Violence against farmers was everyday life in the Ukrainian village during the Holodomor of 1932–1933.

22 November 2022

The term “violation of revolutionary legality” used to spread in official documents of the party and Soviet institutions, bodies of justice and the DPU since the application of emergency measures during the grain procurement campaign of 1927/28. How illegal fines, searches, property expropriations, arrests, and the use of physical violence by government officials against farmers were classified as “criminal violations of revolutionary legality.”

The “violation of the revolutionary law” reached its peak during the grain procurements of 1932/33, when numerous harvesters literally raked out bread from a starving Ukrainian village. For example, in the village Lozovatka of the Kryvyi Rih district, authorized by the city party committee, Pushkariov and Kotov locked the peasant woman Hayska in a cellar for failure to fulfil the grain procurement, keeping her until evening, and then they beat her. And before she was released, she had been strictly warned not to tell anyone about it. According to incomplete data of the DPU of the Ukrainian SSR, from December 1932 to January 1933, such facts were recorded in 183 villages of 92 districts of Ukraine, and most of all in the Vinnytsia region – in 50 villages of 25 districts.

In the spring and summer of 1933, exhausted from hunger, half-dead Ukrainian collective farm workers began to be brought to work and were punished with beatings for absenteeism and non-fulfilment of work days. In this way, collective farm heads and foremen tried to overcome the “labour nihilism” of collective farm workers, who did not want to work for the state for nothing. For instance, a member of the village council of Forest Farms of the Nosiv District of the Chernihiv Region, Doroshenko, severely beat the collective farm worker Maslak for refusing to go to the field for ploughing.”

In total, during the harvesting and grain procurement campaigns of 1933, “violations of revolutionary legality” took place in 64 villages of 39 districts of the republic. Among the violators were 10 secretaries of labour centres, 15 heads of village councils and their deputies, 28 heads of collective farms, 7 foremen, 6 accountants of collective farms, 23 village activists, 4 district workers who were accused of illegal arrests, fines, beatings, abuse of farmers, and lynchings. The Central Committee of the CP(b)U emphasized that “beatings and abuses often took on an exceptionally brutal character”, as a result of which 24 people died from beatings out of 93 victims.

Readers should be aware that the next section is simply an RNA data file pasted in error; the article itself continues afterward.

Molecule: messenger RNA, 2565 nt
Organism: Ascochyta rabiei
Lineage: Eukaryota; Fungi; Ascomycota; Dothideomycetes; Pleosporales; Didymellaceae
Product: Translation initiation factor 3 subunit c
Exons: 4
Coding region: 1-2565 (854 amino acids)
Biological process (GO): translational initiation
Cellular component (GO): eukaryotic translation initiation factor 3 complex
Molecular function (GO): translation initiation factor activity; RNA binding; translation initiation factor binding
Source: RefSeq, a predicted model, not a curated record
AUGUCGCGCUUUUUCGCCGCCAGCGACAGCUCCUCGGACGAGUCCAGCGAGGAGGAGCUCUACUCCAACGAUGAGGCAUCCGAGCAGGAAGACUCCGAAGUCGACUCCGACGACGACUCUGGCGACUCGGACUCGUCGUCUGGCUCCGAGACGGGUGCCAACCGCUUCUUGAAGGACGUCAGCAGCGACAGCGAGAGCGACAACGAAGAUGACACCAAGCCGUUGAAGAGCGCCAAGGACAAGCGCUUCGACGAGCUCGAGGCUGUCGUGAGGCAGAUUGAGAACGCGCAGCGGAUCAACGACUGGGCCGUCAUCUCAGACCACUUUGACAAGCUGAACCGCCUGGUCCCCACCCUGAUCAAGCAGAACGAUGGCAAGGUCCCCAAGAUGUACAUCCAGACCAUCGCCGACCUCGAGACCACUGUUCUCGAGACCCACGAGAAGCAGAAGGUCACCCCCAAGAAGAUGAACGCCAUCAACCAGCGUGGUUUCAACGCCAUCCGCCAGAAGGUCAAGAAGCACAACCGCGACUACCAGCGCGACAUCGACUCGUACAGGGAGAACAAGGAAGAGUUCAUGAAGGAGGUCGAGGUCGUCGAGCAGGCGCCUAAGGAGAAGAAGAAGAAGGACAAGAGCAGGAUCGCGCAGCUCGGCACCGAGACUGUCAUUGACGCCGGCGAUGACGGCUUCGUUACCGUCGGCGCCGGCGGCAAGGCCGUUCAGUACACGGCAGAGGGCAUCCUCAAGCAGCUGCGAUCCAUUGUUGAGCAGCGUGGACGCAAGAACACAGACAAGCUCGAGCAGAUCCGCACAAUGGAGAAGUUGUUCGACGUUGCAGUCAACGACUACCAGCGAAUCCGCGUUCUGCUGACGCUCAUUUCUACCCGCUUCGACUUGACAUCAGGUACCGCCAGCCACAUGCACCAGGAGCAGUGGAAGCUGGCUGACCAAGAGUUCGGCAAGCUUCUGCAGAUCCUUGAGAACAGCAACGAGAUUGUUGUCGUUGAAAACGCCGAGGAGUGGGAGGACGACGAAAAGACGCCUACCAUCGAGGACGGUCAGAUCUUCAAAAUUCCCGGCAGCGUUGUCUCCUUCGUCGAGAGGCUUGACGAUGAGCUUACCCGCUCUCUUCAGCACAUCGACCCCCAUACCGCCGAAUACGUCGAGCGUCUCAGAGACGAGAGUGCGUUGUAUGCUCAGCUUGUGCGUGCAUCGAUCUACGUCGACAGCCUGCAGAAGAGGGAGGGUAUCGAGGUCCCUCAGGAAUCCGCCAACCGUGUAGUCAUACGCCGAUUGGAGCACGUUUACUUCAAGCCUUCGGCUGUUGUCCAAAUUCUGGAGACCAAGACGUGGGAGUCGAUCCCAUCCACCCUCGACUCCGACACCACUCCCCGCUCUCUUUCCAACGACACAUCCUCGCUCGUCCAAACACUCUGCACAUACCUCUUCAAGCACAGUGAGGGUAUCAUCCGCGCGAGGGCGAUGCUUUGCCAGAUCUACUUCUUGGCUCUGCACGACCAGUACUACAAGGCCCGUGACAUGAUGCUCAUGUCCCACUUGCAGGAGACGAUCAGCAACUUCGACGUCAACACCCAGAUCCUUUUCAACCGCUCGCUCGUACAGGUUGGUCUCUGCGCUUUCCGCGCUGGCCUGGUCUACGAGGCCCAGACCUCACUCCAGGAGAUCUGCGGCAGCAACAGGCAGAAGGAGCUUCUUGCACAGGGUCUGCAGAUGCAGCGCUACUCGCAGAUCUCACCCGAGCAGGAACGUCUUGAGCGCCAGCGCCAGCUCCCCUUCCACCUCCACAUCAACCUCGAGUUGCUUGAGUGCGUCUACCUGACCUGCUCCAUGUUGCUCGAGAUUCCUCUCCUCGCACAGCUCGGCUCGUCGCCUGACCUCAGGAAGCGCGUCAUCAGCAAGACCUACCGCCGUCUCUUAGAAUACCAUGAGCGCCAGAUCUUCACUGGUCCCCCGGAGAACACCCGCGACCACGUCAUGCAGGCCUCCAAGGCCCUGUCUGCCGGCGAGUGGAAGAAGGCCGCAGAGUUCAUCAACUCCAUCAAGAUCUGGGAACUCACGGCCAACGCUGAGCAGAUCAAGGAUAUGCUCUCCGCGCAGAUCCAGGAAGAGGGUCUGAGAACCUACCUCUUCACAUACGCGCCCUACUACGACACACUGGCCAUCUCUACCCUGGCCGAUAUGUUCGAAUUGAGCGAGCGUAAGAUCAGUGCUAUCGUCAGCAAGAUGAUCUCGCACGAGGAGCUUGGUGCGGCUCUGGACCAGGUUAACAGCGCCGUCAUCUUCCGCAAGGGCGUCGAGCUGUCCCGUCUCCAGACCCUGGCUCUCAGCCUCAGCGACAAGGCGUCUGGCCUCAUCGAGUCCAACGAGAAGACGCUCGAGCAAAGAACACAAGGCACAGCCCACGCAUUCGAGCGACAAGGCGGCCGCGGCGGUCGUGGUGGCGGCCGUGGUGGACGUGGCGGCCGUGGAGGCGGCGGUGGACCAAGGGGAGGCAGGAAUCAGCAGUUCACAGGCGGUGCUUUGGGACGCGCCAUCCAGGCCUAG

An idea of the scale of “violations of revolutionary legality” is also given by the materials of the investigation of the commission of the Central Committee of the CP(b)U, which during September 17–27, 1933, conducted surveys in 20 of the 36 districts of the Chernihiv region, studying the farmers’ complaints, the DPU’s information reports, judicial investigations cases, local authorities’ decisions. As a result, facts of “frank administrative arbitrariness bordering on political banditry” (beating and bullying of farmers, distortion of tax and penalty policies, mass appropriation and theft of illegally confiscated property) were recorded in 12 out of 20 districts of the region.

It should be noted that cases involving the use of physical methods of “education” of collective farm workers gained special publicity only in those cases when the victim of violence was a member of the Komsomol, a party, an activist, or udarnik (also known in English as a shock worker or strike worker who was a highly productive worker in the Soviet Union, the Eastern Bloc, and other communist countries. The term derived from the expression “udarny trud” for “superproductive, enthusiastic labour”). At that time, the DPU bodies and the prosecutor’s office considered them “terrorist acts committed by a class enemy for the purpose of class revenge.” That is how they qualified for the beating by Lemish, the head of the collective farm named after Stalin of the Voroshilov village council of the Oleksandriysky district, a collective farm worker, M. Kovalenko, who died from her injuries.

The informational reports of the DPU bodies, the prosecutor’s office, and district party committees about “violations of revolutionary legality” prove that many local officials considered assault to be an integral element of any economic and political campaign. It explains some district and village leaders’ negative reaction to the directive instruction of the Central Committee of the All-Union Communist Party of Ukraine (b) and the Supreme Soviet of the USSR dated May 8, 1933, which declared the end of mass punitive actions against the peasantry. These leaders claimed that without the use of extraordinary methods of influence on the farmers, they would not be able to ensure the implementation of state sowing, harvesting, and procurement plans. Thus, Yareshko, the head of the Slobidska village council of the Putyvl district of the Chernihiv region, directly stated: “Now we cannot carry out campaigns, let those who signed this resolution carry them out.”

Thus, we can conclude that daily physical, economic, and psychological violence became a daily occurrence in the life of the Ukrainian village during the Holodomor of 1932–1933.


doctor of historical sciences,

leading researcher

Holodomor Research Institute

The National Museum of the Holodomor-Genocide